Every neighborhood has its own challenges when it comes to painting, and every home — indeed, every room — can be unique. But there are definitely some important dos and don’ts you can consider, especially in the Kirkland area (or Pacific Northwest in general), where moisture is always a consideration.
It might appear obvious, but you would be surprised how often people are tempted to just start painting a wall, not considering the need that it should be bone dry before the work begins. How do you make sure it’s dry? Well, first of all, there’s a good season and a not so good season to paint an interior wall. This past winter was one of the wettest on record for Puget Sound, and with that came higher than usual internal moisture levels. It takes time for the interior of a house to dry out. The best practice is to keep the windows open and internal doors open for a long period of time, making sure everything in the home has had more than enough time to dry out.
Bathrooms, in particular, are prone to dampness, so airing everything out completely will help there too.
Black mold, candle residue, cigarette residue and plain old dirt can be easily washed from the walls in preparation for painting. I have used the product Mr. Clean to wash the black mold from one room in my home. I then let it dry out completely before I started painting.
In Kirkland and surrounding areas, there are definitely wet times of the year and dry times of the year. If, for example, it’s the middle of August and it hasn’t rained for weeks, and the grass is all baked dry, it might be a great time to take out the paintbrushes. If, on the other hand, it’s the middle of winter, and there’s condensation on the windows, it might be a good time to wait.
Have you ever noticed, for example, in the kitchen area of your rented accomodation, the paint is different to the living area? Kitchens will require a more water-resistant paint than what is required in a living room. You will need it to be washable, and it must be able to be washed many times every year. When you’re selecting the paint for your kitchen, be sure to mention to the sales assistant what you intend to use it for. Often, the same color is used in an eating area right beside a kitchen, so you made need two paint types, but of the same color.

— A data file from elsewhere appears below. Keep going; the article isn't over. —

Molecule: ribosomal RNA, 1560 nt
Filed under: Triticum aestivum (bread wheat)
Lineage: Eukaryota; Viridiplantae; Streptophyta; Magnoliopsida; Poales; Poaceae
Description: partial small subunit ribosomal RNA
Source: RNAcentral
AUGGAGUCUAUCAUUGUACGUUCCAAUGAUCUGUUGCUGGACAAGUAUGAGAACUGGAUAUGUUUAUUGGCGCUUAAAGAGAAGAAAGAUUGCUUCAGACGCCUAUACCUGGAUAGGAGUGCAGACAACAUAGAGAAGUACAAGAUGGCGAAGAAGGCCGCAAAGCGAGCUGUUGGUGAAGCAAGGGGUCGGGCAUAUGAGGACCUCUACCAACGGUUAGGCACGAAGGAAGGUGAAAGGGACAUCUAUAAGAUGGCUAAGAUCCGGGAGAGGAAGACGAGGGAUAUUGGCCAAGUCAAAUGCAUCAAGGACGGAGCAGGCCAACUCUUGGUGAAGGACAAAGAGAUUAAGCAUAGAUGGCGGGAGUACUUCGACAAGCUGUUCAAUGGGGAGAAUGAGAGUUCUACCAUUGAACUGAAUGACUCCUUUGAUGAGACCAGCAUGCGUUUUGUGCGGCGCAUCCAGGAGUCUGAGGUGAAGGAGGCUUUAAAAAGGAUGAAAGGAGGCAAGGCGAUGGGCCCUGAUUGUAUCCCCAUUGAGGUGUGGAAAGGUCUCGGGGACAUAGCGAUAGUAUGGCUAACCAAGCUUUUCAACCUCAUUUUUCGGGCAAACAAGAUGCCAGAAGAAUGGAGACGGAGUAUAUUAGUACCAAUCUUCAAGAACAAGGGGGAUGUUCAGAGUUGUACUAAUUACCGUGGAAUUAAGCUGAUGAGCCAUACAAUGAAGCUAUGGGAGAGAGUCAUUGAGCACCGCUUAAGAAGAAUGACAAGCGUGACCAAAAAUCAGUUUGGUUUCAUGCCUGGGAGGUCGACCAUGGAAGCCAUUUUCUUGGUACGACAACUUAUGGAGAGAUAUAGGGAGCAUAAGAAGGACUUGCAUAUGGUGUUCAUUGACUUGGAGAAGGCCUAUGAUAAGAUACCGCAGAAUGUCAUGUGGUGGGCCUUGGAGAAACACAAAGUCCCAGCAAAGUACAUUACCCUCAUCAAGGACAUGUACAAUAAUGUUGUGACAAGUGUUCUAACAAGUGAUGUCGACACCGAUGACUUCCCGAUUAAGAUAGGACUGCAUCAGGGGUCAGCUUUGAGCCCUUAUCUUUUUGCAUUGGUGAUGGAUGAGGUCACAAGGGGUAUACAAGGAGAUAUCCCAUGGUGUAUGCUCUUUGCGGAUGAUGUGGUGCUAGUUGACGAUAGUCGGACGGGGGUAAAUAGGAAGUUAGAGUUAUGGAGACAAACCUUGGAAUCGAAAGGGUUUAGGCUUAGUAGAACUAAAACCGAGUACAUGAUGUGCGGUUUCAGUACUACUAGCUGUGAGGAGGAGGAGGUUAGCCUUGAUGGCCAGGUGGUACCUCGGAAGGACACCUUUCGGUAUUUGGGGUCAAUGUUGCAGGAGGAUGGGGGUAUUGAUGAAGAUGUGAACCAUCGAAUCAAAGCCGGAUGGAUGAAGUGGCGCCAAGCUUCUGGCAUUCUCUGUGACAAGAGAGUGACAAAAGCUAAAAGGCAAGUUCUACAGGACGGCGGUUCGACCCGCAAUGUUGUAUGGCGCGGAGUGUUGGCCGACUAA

Bathroom wall paint will need to be waterproof, and best if you can choose a paint that is mold resistent. It also must be washable. Pay a little now by choosing a strong bathroom paint, and it will serve you well for years.
There are different paintbrushes for oil-based paint than for water-based paints. And there are certainly many different levels of quality available on the market. Some painters prefer to go for the cheaper variety, with a view to using them only once. I prefer to invest a good set of brushes and keep them very well maintained.
If you plan on painting many times into the future, getting a good set of brushes now, and maintaining them can pay off in the long term. But the key is, to really clean them thoroughly after every day’s work. We’ve all seen those abandoned paintbrushes, where the painter forgot or neglected to finish the day’s work with a through cleanup. I suppose, if you paid a few dollars for the cheapest brushes in your local home services store, you might be happy to throw them away and buy a new set, but high quality brushes also help to do a high quality job, and it may show in your work.
We are all eager to get a project started, but taking steps to protect your furniture, windows, carpets and even people is always a good idea. Despite your best efforts, specks and splashes of paint find their way everwhere during an internal painting project. Cover it unless you want paint on it.
Newspapers or such will likely let you down. If you have carpet you want to protect, you will likely need more than just old newspapers to stop the paint from getting through. If you have a paint spillage, or even a few drops, it can easily seep through paper and soak into your carpet. Paint supply stores can fix you up with what you need. I’ve also seen used painters rugs in thrift stores, so keep your eyes open for that if you’re on a budget.
If only for health and comfort reasons, you need to keep dry air circulating through the room you are painting. What I have used in the past is one of those square fans that fit perfectly into a window pane, or can be made to fit. Use it to push the air out of the room as you paint. Air will then be naturally ‘sucked’ from the rest of the house as you work, making sure no fumes or paint smells waft through your home as you work. Leave the fan running if possible, long after the painting is finished.
If you are using oil-based (or any non-water based) paints, you will need to do the cleanup immediately after you stop for the day. Oil or latex-based paints need to be cleaned completely form your brush and equipment set right after you finish. So have all of that in place, and a place to do the cleanup, all ready to go when you need it.
Painting can be real work, and tiring too. It’s easy to skimp on the cleanup after you’ve exhausted yourself after a long day at work, so having the right cleaning materials/equipment before your start will make the job easier and more enjoyable.